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Kate Mcintosh : Loose Promise

Some stories are treason, some are dreamy, some are brutal, some are too funny to believe, some are too painful to tell straight, some are magical and others are poorly made, some might be the honest truth, and some are beautiful but hard to remember. A narrative is a slippery thing.
Kate McIntosh has collaborated with five writers to make the performance text for LOOSE PROMISE. She gave each of them the same set of narrative ingredients to start from, but asked each to write their own version of the story. The result is a collection of beautiful, difficult and compelling narratives. The stories are bound by their shared origin, but they head out in very different and surprising directions. The narratives of LOOSE PROMISE create worlds that echo each other, and yet can hardly co-exist. The performance itself, sparked by a fascination with the interdependence of stories, explores our compulsion to keep forming and digesting them....

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On stage, the lone performer takes on the task of laying these narratives back together again. Allowing the events she tells to lodge in her own body she uses image, gesture and objects, to enact fragments of the stories she recounts. The debris of these versions and try-outs accumulates on stage, as the stories themselves stack and balance in unlikely combinations. In LOOSE PROMISE both the telling and hearing of a story is work - the pleasurable work of words, and the creative work of letting different worlds collide and tangle. Meanwhile, through this innovative performance, McIntosh asks what the stories we have are doing to us, as we let them enter our mouths, our thoughts and our memories.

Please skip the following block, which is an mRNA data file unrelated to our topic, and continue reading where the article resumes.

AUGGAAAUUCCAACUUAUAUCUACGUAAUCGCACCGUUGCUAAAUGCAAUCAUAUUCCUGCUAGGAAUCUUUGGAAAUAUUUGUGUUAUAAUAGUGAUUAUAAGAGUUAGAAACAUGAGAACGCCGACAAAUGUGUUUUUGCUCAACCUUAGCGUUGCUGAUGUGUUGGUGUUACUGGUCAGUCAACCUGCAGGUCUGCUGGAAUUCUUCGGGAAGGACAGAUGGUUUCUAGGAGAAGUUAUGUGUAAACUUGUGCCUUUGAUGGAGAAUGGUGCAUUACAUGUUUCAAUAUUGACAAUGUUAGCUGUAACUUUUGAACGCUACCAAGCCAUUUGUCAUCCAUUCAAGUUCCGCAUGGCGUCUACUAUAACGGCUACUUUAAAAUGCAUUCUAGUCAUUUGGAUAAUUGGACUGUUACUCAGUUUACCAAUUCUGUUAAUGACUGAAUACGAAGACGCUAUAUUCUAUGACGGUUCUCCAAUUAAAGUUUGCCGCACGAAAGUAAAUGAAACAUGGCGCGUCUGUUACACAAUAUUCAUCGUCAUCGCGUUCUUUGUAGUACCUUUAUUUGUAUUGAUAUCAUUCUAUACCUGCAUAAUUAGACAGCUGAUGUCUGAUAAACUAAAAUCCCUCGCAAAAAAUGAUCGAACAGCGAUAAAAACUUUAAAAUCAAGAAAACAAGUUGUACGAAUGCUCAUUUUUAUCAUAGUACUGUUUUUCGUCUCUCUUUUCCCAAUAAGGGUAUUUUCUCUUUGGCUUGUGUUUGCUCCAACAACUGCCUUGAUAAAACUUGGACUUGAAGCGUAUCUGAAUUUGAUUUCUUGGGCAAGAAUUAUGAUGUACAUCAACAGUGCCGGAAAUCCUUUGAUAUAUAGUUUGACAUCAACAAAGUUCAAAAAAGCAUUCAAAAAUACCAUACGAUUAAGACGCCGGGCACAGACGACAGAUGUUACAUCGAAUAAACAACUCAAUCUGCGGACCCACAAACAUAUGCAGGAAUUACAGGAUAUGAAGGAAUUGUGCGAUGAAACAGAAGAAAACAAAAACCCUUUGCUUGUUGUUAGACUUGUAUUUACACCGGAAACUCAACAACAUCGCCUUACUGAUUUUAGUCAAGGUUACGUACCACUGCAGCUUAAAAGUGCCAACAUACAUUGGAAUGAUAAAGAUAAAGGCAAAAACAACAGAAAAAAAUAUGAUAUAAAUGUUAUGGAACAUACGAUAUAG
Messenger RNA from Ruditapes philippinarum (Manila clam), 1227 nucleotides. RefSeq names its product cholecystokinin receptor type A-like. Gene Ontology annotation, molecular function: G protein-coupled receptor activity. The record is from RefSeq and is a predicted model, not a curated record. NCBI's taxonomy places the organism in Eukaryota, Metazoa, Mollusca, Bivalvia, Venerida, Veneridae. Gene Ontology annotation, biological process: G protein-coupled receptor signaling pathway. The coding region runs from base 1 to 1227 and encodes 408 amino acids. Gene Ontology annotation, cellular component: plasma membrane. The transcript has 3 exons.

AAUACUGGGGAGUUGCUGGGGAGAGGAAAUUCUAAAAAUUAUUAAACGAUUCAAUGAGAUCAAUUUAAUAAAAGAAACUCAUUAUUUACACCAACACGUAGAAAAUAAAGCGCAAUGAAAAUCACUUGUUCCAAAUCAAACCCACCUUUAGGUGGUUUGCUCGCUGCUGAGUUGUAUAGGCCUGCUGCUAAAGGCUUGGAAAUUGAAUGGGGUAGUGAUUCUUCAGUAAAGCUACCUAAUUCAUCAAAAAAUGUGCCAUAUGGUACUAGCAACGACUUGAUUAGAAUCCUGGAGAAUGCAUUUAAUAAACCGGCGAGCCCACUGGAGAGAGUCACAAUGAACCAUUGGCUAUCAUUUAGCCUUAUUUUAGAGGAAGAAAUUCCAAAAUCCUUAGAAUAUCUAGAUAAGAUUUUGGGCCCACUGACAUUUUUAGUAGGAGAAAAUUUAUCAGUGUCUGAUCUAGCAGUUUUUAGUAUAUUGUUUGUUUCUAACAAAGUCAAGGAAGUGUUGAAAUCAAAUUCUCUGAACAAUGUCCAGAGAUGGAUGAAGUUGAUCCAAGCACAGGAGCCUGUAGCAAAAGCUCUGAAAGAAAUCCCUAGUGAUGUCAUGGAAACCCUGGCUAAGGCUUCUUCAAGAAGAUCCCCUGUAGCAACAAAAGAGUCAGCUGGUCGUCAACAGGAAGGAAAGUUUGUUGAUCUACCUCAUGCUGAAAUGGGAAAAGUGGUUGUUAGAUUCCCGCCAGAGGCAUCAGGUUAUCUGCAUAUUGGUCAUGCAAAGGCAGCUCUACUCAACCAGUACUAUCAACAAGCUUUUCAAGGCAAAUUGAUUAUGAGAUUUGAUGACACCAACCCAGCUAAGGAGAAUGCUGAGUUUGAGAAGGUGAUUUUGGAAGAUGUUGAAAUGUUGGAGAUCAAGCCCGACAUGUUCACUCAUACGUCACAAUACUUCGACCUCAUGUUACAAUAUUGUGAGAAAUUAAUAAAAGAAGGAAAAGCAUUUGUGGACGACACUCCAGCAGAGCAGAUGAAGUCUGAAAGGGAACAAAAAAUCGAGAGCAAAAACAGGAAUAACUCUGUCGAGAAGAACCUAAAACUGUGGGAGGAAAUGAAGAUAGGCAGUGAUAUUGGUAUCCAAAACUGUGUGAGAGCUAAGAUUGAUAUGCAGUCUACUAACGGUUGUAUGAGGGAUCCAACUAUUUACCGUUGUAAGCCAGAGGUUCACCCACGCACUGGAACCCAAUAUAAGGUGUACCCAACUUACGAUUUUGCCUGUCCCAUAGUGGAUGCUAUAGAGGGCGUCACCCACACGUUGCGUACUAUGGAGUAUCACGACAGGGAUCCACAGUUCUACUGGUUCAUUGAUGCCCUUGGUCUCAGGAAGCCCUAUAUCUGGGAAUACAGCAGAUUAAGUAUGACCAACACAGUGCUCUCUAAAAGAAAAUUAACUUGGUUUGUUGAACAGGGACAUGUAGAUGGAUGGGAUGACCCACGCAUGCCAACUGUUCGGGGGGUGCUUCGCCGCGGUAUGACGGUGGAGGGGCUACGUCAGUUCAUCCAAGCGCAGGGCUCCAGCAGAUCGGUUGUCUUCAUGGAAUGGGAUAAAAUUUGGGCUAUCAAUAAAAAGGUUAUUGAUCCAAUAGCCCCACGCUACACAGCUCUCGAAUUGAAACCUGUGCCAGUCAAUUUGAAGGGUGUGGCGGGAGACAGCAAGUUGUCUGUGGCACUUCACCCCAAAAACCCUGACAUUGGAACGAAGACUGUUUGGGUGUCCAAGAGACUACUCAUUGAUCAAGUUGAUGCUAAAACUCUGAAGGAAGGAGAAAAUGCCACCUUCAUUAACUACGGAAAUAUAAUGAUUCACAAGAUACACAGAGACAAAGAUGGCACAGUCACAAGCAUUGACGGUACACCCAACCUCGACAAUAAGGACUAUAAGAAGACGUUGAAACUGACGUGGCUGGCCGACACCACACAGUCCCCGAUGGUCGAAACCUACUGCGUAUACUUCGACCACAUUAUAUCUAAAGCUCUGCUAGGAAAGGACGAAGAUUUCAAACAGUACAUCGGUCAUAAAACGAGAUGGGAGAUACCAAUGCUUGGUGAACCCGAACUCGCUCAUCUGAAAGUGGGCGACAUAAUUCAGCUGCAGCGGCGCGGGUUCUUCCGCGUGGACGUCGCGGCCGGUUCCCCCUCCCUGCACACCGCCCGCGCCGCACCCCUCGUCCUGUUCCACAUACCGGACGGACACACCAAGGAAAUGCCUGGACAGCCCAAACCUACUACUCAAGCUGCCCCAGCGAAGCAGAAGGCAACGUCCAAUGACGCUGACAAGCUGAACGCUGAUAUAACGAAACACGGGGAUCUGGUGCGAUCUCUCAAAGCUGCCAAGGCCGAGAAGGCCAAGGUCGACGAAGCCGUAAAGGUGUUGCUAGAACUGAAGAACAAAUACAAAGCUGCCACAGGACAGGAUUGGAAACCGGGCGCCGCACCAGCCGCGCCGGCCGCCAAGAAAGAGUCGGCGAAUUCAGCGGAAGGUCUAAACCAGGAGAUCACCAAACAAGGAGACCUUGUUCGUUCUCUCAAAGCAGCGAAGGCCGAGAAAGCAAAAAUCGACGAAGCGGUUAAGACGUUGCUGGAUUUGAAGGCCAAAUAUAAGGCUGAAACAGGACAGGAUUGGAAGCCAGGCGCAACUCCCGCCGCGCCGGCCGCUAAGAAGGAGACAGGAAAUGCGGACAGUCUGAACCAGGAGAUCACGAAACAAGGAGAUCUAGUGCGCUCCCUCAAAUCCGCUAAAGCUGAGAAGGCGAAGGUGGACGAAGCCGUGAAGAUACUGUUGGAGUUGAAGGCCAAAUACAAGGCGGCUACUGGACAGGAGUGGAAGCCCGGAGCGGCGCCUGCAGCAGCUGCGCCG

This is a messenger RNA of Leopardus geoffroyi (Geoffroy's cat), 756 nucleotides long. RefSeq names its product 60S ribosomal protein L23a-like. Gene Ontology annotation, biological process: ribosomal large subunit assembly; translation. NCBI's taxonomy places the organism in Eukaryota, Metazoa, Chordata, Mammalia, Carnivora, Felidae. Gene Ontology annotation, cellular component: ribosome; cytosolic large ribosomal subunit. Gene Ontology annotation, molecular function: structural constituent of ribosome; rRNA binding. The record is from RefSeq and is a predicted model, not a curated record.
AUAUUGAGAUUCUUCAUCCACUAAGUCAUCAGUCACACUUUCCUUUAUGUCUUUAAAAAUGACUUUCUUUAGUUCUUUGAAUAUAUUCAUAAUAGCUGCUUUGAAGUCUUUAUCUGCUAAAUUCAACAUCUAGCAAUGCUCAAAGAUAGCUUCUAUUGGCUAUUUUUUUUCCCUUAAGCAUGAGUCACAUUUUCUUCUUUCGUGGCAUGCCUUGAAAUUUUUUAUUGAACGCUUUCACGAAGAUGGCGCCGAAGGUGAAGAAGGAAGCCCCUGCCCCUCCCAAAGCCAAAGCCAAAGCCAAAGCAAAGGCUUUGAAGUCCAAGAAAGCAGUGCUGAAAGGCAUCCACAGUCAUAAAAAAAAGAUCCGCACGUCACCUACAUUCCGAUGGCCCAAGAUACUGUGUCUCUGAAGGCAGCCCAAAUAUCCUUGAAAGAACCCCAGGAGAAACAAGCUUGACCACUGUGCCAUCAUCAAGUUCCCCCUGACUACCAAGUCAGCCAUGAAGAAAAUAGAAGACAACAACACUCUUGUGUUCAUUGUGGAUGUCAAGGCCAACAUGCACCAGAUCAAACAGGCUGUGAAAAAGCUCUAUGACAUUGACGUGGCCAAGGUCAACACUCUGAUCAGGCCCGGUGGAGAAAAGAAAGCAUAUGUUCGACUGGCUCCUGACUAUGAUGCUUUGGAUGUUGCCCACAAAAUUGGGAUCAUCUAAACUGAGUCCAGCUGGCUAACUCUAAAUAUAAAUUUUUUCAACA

The writers involved are Tim Etchells, M John Harrison, Deborah Levy, Richard Maxwell, and Jo Randerson.

Side Effects


Side Effects


Bernard Van Eeghem & Dolores Bouckaert receive research grant from the Flemish Government

Bernard delves deeper into Fernando Pessoa's Ode Marítima by researching how this epic poem can be translated into (moving) images. During her research, Dolores invites fellow artists to encounter her and props from previous pieces, guided by Martha Nussbaum's acclaimed work The Fragility of Goodness: Luck and Ethics in Greek Tragedy and Philosophy.

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